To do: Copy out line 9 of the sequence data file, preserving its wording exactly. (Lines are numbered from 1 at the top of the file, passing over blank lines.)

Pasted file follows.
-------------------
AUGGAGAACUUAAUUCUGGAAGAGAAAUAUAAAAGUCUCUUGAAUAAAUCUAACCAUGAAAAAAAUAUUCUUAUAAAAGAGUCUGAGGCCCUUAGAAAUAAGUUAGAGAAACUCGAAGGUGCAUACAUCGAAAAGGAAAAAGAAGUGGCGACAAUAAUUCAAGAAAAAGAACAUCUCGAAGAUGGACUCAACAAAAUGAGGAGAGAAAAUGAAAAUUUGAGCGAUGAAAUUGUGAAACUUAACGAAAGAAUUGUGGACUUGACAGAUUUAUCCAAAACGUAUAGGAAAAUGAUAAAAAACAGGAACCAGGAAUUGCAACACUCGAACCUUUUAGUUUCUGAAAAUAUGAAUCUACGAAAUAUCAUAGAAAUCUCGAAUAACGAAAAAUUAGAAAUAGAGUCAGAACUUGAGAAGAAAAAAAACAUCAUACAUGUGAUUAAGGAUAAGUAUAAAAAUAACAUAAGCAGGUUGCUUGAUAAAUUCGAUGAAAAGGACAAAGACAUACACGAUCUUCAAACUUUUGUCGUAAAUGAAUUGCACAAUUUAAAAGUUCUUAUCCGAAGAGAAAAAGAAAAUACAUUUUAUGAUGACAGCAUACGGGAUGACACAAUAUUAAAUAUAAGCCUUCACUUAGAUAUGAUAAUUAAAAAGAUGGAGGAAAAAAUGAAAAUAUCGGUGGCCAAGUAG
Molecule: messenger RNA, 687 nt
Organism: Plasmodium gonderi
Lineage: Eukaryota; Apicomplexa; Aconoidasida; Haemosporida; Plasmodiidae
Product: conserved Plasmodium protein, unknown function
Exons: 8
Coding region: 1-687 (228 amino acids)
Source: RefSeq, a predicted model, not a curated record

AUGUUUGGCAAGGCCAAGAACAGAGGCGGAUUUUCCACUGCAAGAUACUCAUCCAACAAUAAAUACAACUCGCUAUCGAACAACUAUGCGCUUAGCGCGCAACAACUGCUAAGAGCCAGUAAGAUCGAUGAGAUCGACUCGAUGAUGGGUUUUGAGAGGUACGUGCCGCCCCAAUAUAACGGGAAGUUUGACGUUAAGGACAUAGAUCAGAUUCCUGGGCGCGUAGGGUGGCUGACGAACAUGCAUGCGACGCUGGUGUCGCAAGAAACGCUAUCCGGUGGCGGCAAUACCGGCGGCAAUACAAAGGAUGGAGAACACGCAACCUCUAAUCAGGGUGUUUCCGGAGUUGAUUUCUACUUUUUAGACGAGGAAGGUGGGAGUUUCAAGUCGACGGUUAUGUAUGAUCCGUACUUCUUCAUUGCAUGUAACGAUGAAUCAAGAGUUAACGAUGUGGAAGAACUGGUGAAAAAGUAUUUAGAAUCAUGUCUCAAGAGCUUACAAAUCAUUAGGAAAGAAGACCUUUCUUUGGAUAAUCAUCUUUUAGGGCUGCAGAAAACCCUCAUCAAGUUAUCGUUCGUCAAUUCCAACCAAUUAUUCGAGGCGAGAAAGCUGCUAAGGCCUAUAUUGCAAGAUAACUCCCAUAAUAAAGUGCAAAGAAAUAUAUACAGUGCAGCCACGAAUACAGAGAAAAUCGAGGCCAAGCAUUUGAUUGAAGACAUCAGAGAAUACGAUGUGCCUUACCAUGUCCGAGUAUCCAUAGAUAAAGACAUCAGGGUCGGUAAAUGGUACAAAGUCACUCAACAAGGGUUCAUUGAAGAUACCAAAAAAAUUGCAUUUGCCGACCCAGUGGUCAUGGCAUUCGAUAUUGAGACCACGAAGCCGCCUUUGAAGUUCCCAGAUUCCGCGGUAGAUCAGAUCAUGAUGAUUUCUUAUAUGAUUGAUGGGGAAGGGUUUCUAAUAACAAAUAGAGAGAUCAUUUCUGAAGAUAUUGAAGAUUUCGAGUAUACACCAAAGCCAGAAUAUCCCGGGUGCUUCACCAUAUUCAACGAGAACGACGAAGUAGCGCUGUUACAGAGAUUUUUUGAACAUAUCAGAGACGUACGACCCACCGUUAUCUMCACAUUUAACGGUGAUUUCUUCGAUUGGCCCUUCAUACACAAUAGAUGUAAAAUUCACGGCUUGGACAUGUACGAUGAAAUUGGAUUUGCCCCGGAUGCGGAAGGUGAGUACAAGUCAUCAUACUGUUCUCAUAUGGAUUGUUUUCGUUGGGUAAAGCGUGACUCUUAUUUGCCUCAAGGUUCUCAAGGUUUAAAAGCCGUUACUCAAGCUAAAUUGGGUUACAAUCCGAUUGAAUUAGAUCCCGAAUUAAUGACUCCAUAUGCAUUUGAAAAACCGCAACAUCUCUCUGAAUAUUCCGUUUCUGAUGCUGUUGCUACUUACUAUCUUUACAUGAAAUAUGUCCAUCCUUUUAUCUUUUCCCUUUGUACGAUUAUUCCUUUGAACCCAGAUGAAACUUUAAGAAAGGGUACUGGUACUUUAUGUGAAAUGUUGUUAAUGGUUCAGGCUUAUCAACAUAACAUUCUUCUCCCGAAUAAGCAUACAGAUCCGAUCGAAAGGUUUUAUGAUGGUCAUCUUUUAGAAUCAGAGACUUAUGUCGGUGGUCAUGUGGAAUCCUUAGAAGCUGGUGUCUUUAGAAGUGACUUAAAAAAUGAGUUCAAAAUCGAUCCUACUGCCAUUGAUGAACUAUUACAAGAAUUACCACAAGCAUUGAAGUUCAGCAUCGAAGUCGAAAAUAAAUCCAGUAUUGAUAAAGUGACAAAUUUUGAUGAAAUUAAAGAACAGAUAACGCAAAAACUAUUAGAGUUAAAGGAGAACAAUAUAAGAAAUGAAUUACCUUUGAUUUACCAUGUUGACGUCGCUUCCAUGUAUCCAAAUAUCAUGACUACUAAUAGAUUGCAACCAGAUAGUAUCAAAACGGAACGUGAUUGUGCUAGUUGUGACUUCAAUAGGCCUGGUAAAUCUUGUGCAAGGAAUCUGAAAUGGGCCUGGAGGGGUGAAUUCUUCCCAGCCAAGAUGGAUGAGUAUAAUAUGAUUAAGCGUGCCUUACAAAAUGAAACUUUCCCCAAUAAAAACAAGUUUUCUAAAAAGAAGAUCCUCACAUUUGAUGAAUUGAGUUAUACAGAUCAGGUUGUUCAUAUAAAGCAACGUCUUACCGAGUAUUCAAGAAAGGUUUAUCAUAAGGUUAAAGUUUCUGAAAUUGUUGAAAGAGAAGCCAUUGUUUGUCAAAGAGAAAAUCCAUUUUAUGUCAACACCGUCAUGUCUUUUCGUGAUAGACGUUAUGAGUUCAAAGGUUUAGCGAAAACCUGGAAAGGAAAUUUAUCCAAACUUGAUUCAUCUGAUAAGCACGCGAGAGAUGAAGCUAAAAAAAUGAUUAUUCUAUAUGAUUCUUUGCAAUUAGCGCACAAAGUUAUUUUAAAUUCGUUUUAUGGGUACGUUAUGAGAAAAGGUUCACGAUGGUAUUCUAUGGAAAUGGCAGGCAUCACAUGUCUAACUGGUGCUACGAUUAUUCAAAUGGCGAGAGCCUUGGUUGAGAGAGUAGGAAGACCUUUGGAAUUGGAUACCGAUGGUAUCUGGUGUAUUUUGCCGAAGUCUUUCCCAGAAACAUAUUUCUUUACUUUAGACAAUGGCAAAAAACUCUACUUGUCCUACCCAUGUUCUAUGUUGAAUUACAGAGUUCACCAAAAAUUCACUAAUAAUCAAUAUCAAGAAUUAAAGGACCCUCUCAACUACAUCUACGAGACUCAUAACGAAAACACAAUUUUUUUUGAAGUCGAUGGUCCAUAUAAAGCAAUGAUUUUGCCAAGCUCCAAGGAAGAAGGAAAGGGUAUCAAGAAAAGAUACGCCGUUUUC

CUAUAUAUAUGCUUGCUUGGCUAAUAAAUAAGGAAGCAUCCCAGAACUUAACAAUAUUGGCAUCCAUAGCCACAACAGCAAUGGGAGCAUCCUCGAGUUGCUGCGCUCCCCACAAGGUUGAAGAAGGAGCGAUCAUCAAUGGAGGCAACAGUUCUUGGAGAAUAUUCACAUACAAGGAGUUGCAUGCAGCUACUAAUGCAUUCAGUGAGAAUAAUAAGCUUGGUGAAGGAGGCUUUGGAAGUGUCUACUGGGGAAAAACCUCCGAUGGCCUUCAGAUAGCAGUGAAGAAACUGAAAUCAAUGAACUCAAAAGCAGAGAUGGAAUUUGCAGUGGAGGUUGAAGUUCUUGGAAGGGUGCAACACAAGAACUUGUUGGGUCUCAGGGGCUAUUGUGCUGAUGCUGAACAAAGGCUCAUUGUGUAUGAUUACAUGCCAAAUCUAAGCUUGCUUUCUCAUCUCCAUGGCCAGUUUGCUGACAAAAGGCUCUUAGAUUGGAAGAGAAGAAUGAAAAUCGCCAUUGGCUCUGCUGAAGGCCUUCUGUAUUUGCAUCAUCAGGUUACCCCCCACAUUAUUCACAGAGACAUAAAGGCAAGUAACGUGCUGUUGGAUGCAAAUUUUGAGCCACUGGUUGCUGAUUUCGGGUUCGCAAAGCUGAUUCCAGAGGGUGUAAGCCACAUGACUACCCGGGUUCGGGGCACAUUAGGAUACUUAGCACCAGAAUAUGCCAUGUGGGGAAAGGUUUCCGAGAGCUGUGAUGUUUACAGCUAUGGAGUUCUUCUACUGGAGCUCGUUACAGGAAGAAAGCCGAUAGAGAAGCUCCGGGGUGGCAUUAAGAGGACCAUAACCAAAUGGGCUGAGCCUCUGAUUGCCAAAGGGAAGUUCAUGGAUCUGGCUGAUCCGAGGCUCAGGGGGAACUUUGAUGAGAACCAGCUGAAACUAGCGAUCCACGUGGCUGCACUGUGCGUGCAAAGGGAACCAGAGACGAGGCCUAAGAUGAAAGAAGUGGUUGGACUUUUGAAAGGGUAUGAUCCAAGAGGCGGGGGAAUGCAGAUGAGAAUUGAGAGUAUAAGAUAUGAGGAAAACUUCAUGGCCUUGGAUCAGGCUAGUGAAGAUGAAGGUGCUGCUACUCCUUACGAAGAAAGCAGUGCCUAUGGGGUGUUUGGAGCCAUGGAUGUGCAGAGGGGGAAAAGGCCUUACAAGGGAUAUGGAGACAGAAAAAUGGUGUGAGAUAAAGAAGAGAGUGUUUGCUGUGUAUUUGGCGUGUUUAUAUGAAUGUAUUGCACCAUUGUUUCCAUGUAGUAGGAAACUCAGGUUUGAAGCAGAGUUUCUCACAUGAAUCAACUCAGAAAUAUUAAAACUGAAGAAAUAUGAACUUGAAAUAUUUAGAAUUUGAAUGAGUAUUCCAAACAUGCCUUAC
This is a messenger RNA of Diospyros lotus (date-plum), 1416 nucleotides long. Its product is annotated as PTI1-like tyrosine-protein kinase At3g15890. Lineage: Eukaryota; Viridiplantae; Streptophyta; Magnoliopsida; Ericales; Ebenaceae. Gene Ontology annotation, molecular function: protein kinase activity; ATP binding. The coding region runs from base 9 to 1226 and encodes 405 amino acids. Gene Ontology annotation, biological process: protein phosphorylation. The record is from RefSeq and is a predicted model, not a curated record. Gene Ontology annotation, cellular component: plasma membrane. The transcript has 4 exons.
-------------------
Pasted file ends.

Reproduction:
AUGUUUGGCAAGGCCAAGAACAGAGGCGGAUUUUCCACUGCAAGAUACUCAUCCAACAAUAAAUACAACUCGCUAUCGAACAACUAUGCGCUUAGCGCGCAACAACUGCUAAGAGCCAGUAAGAUCGAUGAGAUCGACUCGAUGAUGGGUUUUGAGAGGUACGUGCCGCCCCAAUAUAACGGGAAGUUUGACGUUAAGGACAUAGAUCAGAUUCCUGGGCGCGUAGGGUGGCUGACGAACAUGCAUGCGACGCUGGUGUCGCAAGAAACGCUAUCCGGUGGCGGCAAUACCGGCGGCAAUACAAAGGAUGGAGAACACGCAACCUCUAAUCAGGGUGUUUCCGGAGUUGAUUUCUACUUUUUAGACGAGGAAGGUGGGAGUUUCAAGUCGACGGUUAUGUAUGAUCCGUACUUCUUCAUUGCAUGUAACGAUGAAUCAAGAGUUAACGAUGUGGAAGAACUGGUGAAAAAGUAUUUAGAAUCAUGUCUCAAGAGCUUACAAAUCAUUAGGAAAGAAGACCUUUCUUUGGAUAAUCAUCUUUUAGGGCUGCAGAAAACCCUCAUCAAGUUAUCGUUCGUCAAUUCCAACCAAUUAUUCGAGGCGAGAAAGCUGCUAAGGCCUAUAUUGCAAGAUAACUCCCAUAAUAAAGUGCAAAGAAAUAUAUACAGUGCAGCCACGAAUACAGAGAAAAUCGAGGCCAAGCAUUUGAUUGAAGACAUCAGAGAAUACGAUGUGCCUUACCAUGUCCGAGUAUCCAUAGAUAAAGACAUCAGGGUCGGUAAAUGGUACAAAGUCACUCAACAAGGGUUCAUUGAAGAUACCAAAAAAAUUGCAUUUGCCGACCCAGUGGUCAUGGCAUUCGAUAUUGAGACCACGAAGCCGCCUUUGAAGUUCCCAGAUUCCGCGGUAGAUCAGAUCAUGAUGAUUUCUUAUAUGAUUGAUGGGGAAGGGUUUCUAAUAACAAAUAGAGAGAUCAUUUCUGAAGAUAUUGAAGAUUUCGAGUAUACACCAAAGCCAGAAUAUCCCGGGUGCUUCACCAUAUUCAACGAGAACGACGAAGUAGCGCUGUUACAGAGAUUUUUUGAACAUAUCAGAGACGUACGACCCACCGUUAUCUMCACAUUUAACGGUGAUUUCUUCGAUUGGCCCUUCAUACACAAUAGAUGUAAAAUUCACGGCUUGGACAUGUACGAUGAAAUUGGAUUUGCCCCGGAUGCGGAAGGUGAGUACAAGUCAUCAUACUGUUCUCAUAUGGAUUGUUUUCGUUGGGUAAAGCGUGACUCUUAUUUGCCUCAAGGUUCUCAAGGUUUAAAAGCCGUUACUCAAGCUAAAUUGGGUUACAAUCCGAUUGAAUUAGAUCCCGAAUUAAUGACUCCAUAUGCAUUUGAAAAACCGCAACAUCUCUCUGAAUAUUCCGUUUCUGAUGCUGUUGCUACUUACUAUCUUUACAUGAAAUAUGUCCAUCCUUUUAUCUUUUCCCUUUGUACGAUUAUUCCUUUGAACCCAGAUGAAACUUUAAGAAAGGGUACUGGUACUUUAUGUGAAAUGUUGUUAAUGGUUCAGGCUUAUCAACAUAACAUUCUUCUCCCGAAUAAGCAUACAGAUCCGAUCGAAAGGUUUUAUGAUGGUCAUCUUUUAGAAUCAGAGACUUAUGUCGGUGGUCAUGUGGAAUCCUUAGAAGCUGGUGUCUUUAGAAGUGACUUAAAAAAUGAGUUCAAAAUCGAUCCUACUGCCAUUGAUGAACUAUUACAAGAAUUACCACAAGCAUUGAAGUUCAGCAUCGAAGUCGAAAAUAAAUCCAGUAUUGAUAAAGUGACAAAUUUUGAUGAAAUUAAAGAACAGAUAACGCAAAAACUAUUAGAGUUAAAGGAGAACAAUAUAAGAAAUGAAUUACCUUUGAUUUACCAUGUUGACGUCGCUUCCAUGUAUCCAAAUAUCAUGACUACUAAUAGAUUGCAACCAGAUAGUAUCAAAACGGAACGUGAUUGUGCUAGUUGUGACUUCAAUAGGCCUGGUAAAUCUUGUGCAAGGAAUCUGAAAUGGGCCUGGAGGGGUGAAUUCUUCCCAGCCAAGAUGGAUGAGUAUAAUAUGAUUAAGCGUGCCUUACAAAAUGAAACUUUCCCCAAUAAAAACAAGUUUUCUAAAAAGAAGAUCCUCACAUUUGAUGAAUUGAGUUAUACAGAUCAGGUUGUUCAUAUAAAGCAACGUCUUACCGAGUAUUCAAGAAAGGUUUAUCAUAAGGUUAAAGUUUCUGAAAUUGUUGAAAGAGAAGCCAUUGUUUGUCAAAGAGAAAAUCCAUUUUAUGUCAACACCGUCAUGUCUUUUCGUGAUAGACGUUAUGAGUUCAAAGGUUUAGCGAAAACCUGGAAAGGAAAUUUAUCCAAACUUGAUUCAUCUGAUAAGCACGCGAGAGAUGAAGCUAAAAAAAUGAUUAUUCUAUAUGAUUCUUUGCAAUUAGCGCACAAAGUUAUUUUAAAUUCGUUUUAUGGGUACGUUAUGAGAAAAGGUUCACGAUGGUAUUCUAUGGAAAUGGCAGGCAUCACAUGUCUAACUGGUGCUACGAUUAUUCAAAUGGCGAGAGCCUUGGUUGAGAGAGUAGGAAGACCUUUGGAAUUGGAUACCGAUGGUAUCUGGUGUAUUUUGCCGAAGUCUUUCCCAGAAACAUAUUUCUUUACUUUAGACAAUGGCAAAAAACUCUACUUGUCCUACCCAUGUUCUAUGUUGAAUUACAGAGUUCACCAAAAAUUCACUAAUAAUCAAUAUCAAGAAUUAAAGGACCCUCUCAACUACAUCUACGAGACUCAUAACGAAAACACAAUUUUUUUUGAAGUCGAUGGUCCAUAUAAAGCAAUGAUUUUGCCAAGCUCCAAGGAAGAAGGAAAGGGUAUCAAGAAAAGAUACGCCGUUUUC